Introduction to Sustainable Development The introduction input to sustainable development was refreshing in the sense that it didn’t tackle aims that were directly for children or how it could improve a classroom. This module touched on the environment and learning for sustainability, and although it doesn’t link to how it can benefit a child, it … Continue reading week 1-2

Introduction to Sustainable Development
The introduction input to sustainable development was refreshing in the sense that it didn’t tackle aims that were directly for children or how it could improve a classroom. This module touched on the environment and learning for sustainability, and although it doesn’t link to how it can benefit a child, it also extends wider to the benefits to the community and global community in terms of providing health benefits and better use of green space. In regard to today’s current events in which the Amazon Rainforest has made many appearances on the news and climate change has taken the attention of many leaders. This module allows us as learners to understand how to care for the environment on a minuscule scale that can have powerful impact if done as a community (recycling). In aspect of this module that I hadn’t quite expected was how it can be socially rewarding, I always took being Eco friendly to always having environmental impacts, but never experimented on how it can bring together a community.  As informative as this input was as a learner, links were still made  to how it relates to teaching and how children  must learn about the earth and understand how to care for it, because Climate change not only affects us but it will affect them too.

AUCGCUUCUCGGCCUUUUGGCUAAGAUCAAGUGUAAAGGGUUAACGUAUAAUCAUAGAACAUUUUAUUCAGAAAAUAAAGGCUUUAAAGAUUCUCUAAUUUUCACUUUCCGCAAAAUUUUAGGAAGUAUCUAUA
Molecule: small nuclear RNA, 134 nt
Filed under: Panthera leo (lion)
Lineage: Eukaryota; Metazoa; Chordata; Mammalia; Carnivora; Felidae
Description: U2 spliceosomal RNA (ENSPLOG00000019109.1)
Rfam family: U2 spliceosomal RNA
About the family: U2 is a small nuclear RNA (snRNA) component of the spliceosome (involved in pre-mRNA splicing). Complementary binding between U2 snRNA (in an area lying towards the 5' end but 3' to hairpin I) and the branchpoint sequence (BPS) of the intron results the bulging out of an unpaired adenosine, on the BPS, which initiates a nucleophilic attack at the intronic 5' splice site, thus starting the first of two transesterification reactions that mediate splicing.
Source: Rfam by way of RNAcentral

Diversity
A topic that is not only vital to acknowledge in a school environment but in all aspects of ones life. Diversity is the key to accepting change and embracing differences. In today’s input diversity was challenged in a classroom environment and how it could raise issues.
In order to assess the task in a different manner, Andrew suggested that as a class we acted out situations that could arise due to diversity within a classroom, and the stereotypes that surround minority groups. Hesitant and first and unsure of the medium, we discussed several stereotypes. Personally being of a ethical minority some of the stereotypes were target at my faith, and although feeling quite targeted I had to remind myself that this activity wasn’t about me. It was, as a class to understand that these enactments actually happen in many children’s life’s, and I can verify this as I myself have experienced several encounters that were based on stereotypes. I understood stereotypes were generally based on ignorance and lack of knowledge on ones faith or ethnicity, so looking at this from a teachers perspective, the clear solution  would be to to educate. Educate children from as early as primary one that not everyone is the same, we may come from different places, we may dress differently and eat different things, but that does not and should not mean that we must be treated different. Every child has the right to learn. No child is better or lesser due to their background and financial status. As teachers, in order to avoid discrimination in the classroom we must teach our children the beauty of diversity.